Now that you've built a custom firmware file you'll want to flash your keyboard.

Flashing Your Keyboard with QMK Toolbox

The simplest way to flash your keyboard will be with the QMK Toolbox.

However, the QMK Toolbox is only available for Windows and macOS currently. If you're using Linux (or just wish to flash the firmware from the command line), you'll have to use the method outlined below.

Load The File Into QMK Toolbox

Begin by opening the QMK Toolbox application. You'll want to locate the firmware file in Finder or Explorer. Your keyboard firmware may be in one of two formats- .hex or .bin. QMK tries to copy the appropriate one for your keyboard into the root qmk_firmware directory.

If you are on Windows or macOS there are commands you can use to easily open the current firmware folder in Explorer or Finder.

Windows:

start .

macOS:

open .

The firmware file always follows this naming format:

<keyboard_name>_<keymap_name>.{bin,hex}

For example, the plank/rev5 with a default keymap will have this filename:

planck_rev5_default.hex

Once you have located your firmware file drag it into the "Local file" box in QMK Toolbox, or click "Open" and navigate to where your firmware file is stored.

Put Your Keyboard Into DFU (Bootloader) Mode

In order to flash your custom firmware you have to put your keyboard into a special flashing mode. While it is in this mode you will not be able to type or otherwise use your keyboard. It is very important that you do not unplug your keyboard or otherwise interrupt the flashing process while the firmware is being written.

Different keyboards have different ways to enter this special mode. If your PCB currently runs QMK or TMK and you have not been given specific instructions try the following, in order:

  • Hold down both shift keys and press Pause

  • Hold down both shift keys and press B

  • Unplug your keyboard, hold down the Spacebar and B at the same time, plug in your keyboard and wait a second before releasing the keys

  • Press the physical RESET button on the bottom of the PCB

  • Locate header pins on the PCB labeled BOOT0 or RESET, short those together while plugging your PCB in

When you are successful you will see a message similar to this in QMK Toolbox:

*** Clueboard - Clueboard 66% HotSwap disconnected -- 0xC1ED:0x2390
*** DFU device connected

Flash Your Keyboard

Click the Flash button in QMK Toolbox. You will see output similar to the following:

*** Clueboard - Clueboard 66% HotSwap disconnected -- 0xC1ED:0x2390
*** DFU device connected
*** Attempting to flash, please don't remove device
>>> dfu-programmer atmega32u4 erase --force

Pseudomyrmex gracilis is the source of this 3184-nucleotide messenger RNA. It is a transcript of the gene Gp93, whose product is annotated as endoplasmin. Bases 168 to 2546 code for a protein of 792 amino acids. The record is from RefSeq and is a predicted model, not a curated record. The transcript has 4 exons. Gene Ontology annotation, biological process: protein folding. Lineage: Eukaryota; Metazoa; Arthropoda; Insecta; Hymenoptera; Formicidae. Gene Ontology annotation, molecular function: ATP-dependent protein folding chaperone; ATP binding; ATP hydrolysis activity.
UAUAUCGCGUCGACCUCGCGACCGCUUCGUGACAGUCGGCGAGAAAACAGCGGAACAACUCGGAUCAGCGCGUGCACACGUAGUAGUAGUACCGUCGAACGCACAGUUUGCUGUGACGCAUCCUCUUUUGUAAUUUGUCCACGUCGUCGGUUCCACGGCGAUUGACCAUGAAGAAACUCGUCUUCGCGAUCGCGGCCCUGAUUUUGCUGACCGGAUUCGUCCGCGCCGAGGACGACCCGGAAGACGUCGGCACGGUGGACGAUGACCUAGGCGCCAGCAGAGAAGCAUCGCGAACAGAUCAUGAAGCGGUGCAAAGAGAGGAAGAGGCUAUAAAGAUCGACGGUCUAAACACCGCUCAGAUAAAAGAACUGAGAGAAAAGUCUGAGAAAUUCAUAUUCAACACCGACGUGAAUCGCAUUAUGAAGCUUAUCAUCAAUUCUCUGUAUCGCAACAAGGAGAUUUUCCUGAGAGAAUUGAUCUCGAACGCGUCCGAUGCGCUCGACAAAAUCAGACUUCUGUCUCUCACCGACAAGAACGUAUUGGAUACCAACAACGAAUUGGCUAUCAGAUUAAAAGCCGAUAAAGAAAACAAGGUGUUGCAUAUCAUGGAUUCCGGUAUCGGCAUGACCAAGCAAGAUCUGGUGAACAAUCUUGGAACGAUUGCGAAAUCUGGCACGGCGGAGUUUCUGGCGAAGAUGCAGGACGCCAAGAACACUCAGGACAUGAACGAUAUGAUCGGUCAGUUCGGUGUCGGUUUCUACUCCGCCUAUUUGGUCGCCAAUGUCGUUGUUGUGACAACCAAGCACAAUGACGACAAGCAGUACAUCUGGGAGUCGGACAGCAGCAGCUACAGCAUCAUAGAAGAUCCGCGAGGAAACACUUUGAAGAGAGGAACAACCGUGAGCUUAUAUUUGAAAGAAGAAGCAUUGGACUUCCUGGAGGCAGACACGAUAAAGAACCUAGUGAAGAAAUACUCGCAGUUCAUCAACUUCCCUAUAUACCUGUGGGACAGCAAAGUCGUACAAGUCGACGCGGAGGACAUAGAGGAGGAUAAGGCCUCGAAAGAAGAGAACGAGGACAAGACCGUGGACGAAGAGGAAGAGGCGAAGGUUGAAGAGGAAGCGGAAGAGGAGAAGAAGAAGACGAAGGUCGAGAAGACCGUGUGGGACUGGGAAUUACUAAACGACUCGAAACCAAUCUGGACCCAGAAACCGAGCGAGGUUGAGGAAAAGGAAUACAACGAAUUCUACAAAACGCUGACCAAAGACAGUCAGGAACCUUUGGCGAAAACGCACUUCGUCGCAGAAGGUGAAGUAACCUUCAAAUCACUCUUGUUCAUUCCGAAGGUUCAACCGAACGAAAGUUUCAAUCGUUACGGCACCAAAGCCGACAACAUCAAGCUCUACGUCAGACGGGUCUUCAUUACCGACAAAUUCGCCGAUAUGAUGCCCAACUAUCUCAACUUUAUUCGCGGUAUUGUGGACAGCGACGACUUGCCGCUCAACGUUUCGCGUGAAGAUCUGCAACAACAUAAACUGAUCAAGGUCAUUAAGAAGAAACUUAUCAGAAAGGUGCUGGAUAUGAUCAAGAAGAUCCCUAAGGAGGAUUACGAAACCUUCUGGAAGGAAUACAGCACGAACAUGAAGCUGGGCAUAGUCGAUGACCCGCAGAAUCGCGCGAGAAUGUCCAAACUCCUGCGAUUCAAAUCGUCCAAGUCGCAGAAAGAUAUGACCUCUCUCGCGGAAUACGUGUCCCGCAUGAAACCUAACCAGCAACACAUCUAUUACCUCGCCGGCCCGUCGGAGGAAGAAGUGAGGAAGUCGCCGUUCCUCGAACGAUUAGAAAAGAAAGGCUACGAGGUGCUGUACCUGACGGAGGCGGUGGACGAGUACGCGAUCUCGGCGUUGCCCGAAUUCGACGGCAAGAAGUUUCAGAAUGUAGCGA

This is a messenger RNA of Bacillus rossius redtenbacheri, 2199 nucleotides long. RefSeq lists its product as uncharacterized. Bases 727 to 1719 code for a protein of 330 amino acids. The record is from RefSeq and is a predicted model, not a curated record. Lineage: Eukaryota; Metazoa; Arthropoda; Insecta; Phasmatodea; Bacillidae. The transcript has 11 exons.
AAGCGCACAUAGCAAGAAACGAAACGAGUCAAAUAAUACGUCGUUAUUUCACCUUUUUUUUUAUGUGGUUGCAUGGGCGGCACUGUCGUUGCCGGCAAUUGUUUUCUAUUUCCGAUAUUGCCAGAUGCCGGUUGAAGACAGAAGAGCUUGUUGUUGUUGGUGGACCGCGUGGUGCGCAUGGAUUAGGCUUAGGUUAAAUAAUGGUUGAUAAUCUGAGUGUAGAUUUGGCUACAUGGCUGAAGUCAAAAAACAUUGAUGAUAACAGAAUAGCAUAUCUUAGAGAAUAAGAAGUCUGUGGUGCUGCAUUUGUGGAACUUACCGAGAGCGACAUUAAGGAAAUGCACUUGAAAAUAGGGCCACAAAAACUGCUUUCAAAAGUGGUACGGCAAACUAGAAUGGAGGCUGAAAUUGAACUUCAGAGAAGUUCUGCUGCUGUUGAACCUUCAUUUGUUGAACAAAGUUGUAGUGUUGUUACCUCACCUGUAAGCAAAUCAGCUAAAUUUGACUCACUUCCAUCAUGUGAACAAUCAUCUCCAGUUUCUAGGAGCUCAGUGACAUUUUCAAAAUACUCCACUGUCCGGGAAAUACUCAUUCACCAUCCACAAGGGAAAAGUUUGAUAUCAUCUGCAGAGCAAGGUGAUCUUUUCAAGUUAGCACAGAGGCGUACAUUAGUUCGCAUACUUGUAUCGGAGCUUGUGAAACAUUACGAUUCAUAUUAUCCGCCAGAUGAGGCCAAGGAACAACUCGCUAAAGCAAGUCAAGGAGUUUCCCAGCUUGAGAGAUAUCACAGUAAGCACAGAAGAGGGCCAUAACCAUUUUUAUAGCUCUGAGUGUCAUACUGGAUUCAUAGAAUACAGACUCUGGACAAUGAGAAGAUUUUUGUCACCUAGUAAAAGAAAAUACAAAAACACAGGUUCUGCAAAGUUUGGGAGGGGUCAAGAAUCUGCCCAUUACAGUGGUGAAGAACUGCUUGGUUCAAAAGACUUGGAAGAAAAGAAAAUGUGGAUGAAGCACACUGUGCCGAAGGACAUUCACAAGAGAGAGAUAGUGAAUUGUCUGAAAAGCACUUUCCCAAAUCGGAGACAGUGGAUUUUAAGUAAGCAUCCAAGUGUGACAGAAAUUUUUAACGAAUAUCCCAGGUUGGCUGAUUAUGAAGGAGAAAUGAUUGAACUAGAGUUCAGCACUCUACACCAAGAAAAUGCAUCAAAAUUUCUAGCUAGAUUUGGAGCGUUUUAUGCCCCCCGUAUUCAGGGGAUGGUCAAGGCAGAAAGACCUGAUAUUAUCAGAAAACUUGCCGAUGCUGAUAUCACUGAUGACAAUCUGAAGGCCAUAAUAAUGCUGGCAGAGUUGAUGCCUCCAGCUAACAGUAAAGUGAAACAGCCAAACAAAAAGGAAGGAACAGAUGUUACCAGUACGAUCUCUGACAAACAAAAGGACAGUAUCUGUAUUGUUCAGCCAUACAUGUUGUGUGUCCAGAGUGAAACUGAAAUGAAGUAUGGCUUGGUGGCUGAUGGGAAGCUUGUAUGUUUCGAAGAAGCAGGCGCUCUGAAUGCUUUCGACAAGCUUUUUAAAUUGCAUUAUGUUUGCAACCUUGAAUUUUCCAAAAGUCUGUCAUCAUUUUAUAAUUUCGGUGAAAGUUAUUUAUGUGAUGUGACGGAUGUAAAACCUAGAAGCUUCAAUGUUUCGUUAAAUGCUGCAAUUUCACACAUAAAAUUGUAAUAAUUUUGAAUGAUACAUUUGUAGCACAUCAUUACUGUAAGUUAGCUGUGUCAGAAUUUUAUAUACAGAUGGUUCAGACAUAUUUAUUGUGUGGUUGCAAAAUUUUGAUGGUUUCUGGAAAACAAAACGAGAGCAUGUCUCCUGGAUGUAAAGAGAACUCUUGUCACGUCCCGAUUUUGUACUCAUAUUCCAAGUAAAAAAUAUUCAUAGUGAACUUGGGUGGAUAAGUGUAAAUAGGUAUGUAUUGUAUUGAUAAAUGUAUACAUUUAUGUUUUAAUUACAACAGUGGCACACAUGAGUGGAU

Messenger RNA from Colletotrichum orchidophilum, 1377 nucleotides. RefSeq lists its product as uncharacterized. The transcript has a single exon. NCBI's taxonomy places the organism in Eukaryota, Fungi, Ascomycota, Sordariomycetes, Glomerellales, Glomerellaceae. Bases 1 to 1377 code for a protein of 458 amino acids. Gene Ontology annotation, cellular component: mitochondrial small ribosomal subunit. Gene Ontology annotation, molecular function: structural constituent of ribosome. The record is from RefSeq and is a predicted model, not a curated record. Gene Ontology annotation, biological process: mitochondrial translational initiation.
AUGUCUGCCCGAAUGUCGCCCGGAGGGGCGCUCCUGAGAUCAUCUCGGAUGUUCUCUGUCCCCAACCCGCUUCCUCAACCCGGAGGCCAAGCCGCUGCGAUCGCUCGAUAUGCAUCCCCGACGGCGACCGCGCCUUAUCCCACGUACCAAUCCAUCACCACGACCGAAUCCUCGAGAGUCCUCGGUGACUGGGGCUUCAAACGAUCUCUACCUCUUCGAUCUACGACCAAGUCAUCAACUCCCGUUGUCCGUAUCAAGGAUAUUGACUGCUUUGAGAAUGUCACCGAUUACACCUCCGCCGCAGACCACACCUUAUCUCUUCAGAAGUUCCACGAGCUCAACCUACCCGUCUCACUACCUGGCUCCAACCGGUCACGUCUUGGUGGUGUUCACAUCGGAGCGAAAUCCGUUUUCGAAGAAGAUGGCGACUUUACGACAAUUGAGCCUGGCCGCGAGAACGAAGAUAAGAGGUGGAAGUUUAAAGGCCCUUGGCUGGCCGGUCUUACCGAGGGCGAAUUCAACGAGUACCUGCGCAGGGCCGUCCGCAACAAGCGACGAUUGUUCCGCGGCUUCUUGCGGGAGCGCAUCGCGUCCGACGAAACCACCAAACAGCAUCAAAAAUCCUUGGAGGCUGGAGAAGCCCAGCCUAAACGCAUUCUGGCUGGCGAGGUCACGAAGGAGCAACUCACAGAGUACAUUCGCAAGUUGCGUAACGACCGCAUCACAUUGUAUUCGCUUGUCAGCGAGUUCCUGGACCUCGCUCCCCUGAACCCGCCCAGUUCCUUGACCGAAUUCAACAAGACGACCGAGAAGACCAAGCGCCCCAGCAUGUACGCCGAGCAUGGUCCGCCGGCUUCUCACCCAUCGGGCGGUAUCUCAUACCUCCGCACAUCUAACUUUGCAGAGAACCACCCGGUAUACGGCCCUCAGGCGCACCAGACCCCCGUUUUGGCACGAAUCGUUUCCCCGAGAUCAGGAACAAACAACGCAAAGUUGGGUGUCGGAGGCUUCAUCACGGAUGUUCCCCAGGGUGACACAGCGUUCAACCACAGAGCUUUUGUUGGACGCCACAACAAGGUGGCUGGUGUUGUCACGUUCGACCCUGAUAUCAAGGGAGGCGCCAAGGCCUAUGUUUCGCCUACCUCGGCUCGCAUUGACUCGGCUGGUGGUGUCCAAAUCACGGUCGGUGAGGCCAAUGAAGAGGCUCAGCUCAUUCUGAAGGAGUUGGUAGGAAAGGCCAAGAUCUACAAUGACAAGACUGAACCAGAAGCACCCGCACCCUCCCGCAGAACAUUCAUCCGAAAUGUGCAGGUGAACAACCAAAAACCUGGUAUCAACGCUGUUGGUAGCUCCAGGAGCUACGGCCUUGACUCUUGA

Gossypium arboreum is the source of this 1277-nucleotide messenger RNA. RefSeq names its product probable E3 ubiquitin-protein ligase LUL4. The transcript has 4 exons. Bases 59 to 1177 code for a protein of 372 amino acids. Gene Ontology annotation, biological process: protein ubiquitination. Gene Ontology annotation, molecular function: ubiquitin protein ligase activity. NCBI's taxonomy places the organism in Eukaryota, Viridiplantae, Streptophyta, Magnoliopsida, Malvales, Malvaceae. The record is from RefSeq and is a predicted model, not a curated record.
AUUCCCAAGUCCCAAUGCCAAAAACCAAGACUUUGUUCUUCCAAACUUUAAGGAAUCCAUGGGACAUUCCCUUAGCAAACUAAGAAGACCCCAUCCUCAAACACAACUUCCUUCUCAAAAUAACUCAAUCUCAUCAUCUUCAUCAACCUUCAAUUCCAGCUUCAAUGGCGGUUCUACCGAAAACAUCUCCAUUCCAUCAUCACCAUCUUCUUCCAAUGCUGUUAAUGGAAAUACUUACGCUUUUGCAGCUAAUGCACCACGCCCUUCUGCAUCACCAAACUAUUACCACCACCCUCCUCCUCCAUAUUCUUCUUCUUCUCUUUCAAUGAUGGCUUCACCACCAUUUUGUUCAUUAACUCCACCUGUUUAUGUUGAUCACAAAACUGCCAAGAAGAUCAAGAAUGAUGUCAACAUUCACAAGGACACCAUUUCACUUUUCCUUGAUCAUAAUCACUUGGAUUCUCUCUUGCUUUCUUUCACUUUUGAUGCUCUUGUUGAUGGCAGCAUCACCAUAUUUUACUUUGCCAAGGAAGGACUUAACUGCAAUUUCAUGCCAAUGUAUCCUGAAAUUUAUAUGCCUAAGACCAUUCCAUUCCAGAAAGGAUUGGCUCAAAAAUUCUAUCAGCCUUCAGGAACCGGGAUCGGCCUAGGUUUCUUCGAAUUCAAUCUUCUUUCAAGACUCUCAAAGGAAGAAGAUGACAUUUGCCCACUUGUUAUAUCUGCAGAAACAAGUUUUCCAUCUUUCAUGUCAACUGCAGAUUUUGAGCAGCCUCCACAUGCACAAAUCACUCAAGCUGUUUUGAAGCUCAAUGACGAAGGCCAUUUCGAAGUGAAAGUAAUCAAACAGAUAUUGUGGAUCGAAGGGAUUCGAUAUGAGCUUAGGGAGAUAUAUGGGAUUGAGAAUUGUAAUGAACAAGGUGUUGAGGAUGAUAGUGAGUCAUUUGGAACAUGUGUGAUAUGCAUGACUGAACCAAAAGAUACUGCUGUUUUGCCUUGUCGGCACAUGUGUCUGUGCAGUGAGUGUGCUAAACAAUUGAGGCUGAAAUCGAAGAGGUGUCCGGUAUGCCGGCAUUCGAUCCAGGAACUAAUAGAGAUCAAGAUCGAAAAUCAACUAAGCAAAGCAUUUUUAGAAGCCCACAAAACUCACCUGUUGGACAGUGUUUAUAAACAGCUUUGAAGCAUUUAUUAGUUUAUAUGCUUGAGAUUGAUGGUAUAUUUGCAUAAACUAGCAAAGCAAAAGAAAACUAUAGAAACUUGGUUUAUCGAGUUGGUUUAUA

Erasing flash... Success
Checking memory from 0x0 to 0x6FFF... Empty.
>>> dfu-programmer atmega32u4 flash /Users/skully/qmk_firmware/clueboard_66_hotswap_gen1_skully.hex
Checking memory from 0x0 to 0x55FF... Empty.
0% 100% Programming 0x5600 bytes...
[>>>>>>>>>>>>>>>>>>>>>>>>>>>>>>>>] Success
0% 100% Reading 0x7000 bytes...
[>>>>>>>>>>>>>>>>>>>>>>>>>>>>>>>>] Success
Validating... Success
0x5600 bytes written into 0x7000 bytes memory (76.79%).
>>> dfu-programmer atmega32u4 reset
*** DFU device disconnected
*** Clueboard - Clueboard 66% HotSwap connected -- 0xC1ED:0x2390

Flash your Keyboard from the Command Line

First thing you'll need to know is which bootloader that your keyboard uses. There are four main bootloaders that are used, usually. Pro-Micro and clones use CATERINA, and Teensy's use Halfkay, OLKB boards use QMK-DFU, and other atmega32u4 chips use DFU.

You can find more information about the bootloaders in the Flashing Instructions and Bootloader Information page.

If you know what bootloader that you're using, then when compiling the firmware, you can actually add some extra text to the make command to automate the flashing process.

DFU

For the DFU bootloader, when you're ready to compile and flash your firmware, open up your terminal window and run the built command:

make <my_keyboard>:<my_keymap>:dfu

For example, if your keymap is named "xyverz" and you're building a keymap for a rev5 planck, you'll use this command:

make planck/rev5:xyverz:dfu

Once it finishes compiling, it should output the following:

Linking: .build/planck_rev5_xyverz.elf [OK]
Creating load file for flashing: .build/planck_rev5_xyverz.hex [OK]
Copying planck_rev5_xyverz.hex to qmk_firmware folder [OK]
Checking file size of planck_rev5_xyverz.hex
* File size is fine - 18574/28672

After it gets to this point, the build script will look for the DFU bootloader every 5 seconds. It will repeat the following until the device is found or you cancel it.

dfu-programmer: no device present.
Error: Bootloader not found. Trying again in 5s.

Once it does this, you'll want to reset the controller. It should then show output similiar to this: